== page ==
Thursday, May 20, 2010

From -- Nurse BRENDA!

1/31/2008 9:12:00 AM
Nurse training opens options to small towns
Dennis Meyer/Daily NewsBrenda Herrod of Norfolk teaches a class on  human reproduction while also working to earn her master’s degree in  nursing from the University of Nebraska Medical Center in Omaha.  Teaching is one of the options available to nurses with advanced  degrees.
Dennis Meyer/Daily News
Brenda Herrod of Norfolk teaches a class on human reproduction while also working to earn her master’s degree in nursing from the University of Nebraska Medical Center in Omaha. Teaching is one of the options available to nurses with advanced degrees.

Rhonda Pettit thought she would be done with school when she earned her registered nursing degree in 2003.

But after working at the Norfolk Veterans Home for several years, she recognized the need for nurses who could provide more specialized care than an RN. That's why she began the process of earning her nurse practitioner degree with an emphasis in geriatrics.

The degree, she said, will allow her to provide primary health care - including diagnosing illnesses and prescribing medications - that registered nurses aren't able to.

Pettit was a student at Creighton High School when she realized she wanted to be a nurse. She earned her licensed practical nursing degree in 1986 and worked in that field until earning her RN degree.

Now, she spends much of her time taking classes - either online or at the University of Nebraska Medical Center campus in Omaha - while continuing to work part time at the veterans home and taking care of her family, which includes her husband and their three sons.

"It's hard," Pettit said. "It's time away from the boys, but I love learning."

Nurses like Pettit who want to earn advanced practice degrees not only have a wider variety of career options available then ever before, but they also have the ability to impact their community more than ever before.

That's a big part of the reason by the proposed Northern Division School of Nursing in Norfolk has drawn the support from so many. The advantages it will bring to the area are numerous, including providing more nurses with advanced degrees who, as a result, can fill many more health-care roles.

For example, they are are needed to teach at nursing schools, said Dr. Virginia Tilden, dean of the med center's College of Nursing.

Plus, nurse practitioners can diagnose illnesses and prescribe medications - as long as they collaborate with a physician. They also are able to open and maintain their own practices.

By working with a physician, they extend the local medical team's ability to serve patients, which not only benefits patients, but also helps the community by adding more people to the local workforce, Tilden said.

Julie Schlomer wasn't necessarily thinking about expanding Norfolk's workforce when she decided to obtain her nurse practitioner's degree.

Instead, she felt the desire to specialize in women's health and work in a clinic instead of a hospital.

"I started seeing two nurse practitioners and thought, 'Wow, I can do this,' " she said.

She was employed as a nurse in Lincoln at the time and decided to enroll in UNMC, where she earned her advanced degree. She subsequently moved to Norfolk and has been employed at Midwest OB-GYN for 10 years.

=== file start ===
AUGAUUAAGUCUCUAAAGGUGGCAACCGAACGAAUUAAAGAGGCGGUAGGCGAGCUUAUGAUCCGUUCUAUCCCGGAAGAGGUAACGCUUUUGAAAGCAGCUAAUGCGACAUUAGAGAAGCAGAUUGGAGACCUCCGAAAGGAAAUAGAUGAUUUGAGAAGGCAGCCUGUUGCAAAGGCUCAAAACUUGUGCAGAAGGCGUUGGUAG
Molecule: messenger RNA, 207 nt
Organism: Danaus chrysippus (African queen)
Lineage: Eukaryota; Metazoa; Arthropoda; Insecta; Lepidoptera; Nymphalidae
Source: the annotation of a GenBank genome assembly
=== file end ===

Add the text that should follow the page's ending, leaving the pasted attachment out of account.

Now, Schlomer can provide full medical care for women of any age.

Although Schlomer collaborates with a physician, she practices under her own license. And even though her collaborating doctor - Keith Vrbicky - practices in the same clinic, that doesn't have to be the case. A nurse practitioner just needs a doctor he or she can consult with if necessary, Schlomer said.

It means they are an excellent option for small towns that are struggling to keep their health care providers, Tilden said.

Clinical nurse specialists add another element to the community as they can manage and run physicians specialty clinics, such as oncology, cardiology and neurology.

The options for nurses and the benefits for communities continue.

Nurses who earn their doctorate degrees can also go into research, Tilden said, and often they can study issues that directly impact patients and their families.

And they don't have to move to Omaha or Lincoln to do their research.

"When they are in the community . . . they are ideally situated to answer the questions of the rural area," Tilden said.

Dr. Karen Schumacher agrees.

The UNMC associate professor and her research team are currently studying the way family caregivers provide care for members of their family who have cancer. Research is also being done on topics such as ways to improve lives of women who live in rural areas who have diabetes, as well as symptoms management for people with heart disease.

The number of options available in nursing is impressive, said Brenda Herrod of Norfolk.

Like Schlomer, Herrod was working as a nurse when she decided to go back to school to earn her master's degree. Now, she teaches at Northeast Community College and takes classes through UNMC, with hopes of graduating in next spring.

While many of her classes are offered online, Herrod does have to travel to Omaha occasionally for face-to-face classes with fellow students and faculty.

Herrod hasn't decided if she will continue teaching or work as a nurse practitioner after she graduates.

"I really love teaching OB nursing," she said. "I also enjoy working with students from such diverse backgrounds. At least I have the option of doing either or both (teaching or working as a nurse practitioner)."

Having options is an advantage for people who chose the nursing field.

"There are so many opportunities . . . it's exciting," Herrod said.

* * *

No comments:

Post a Comment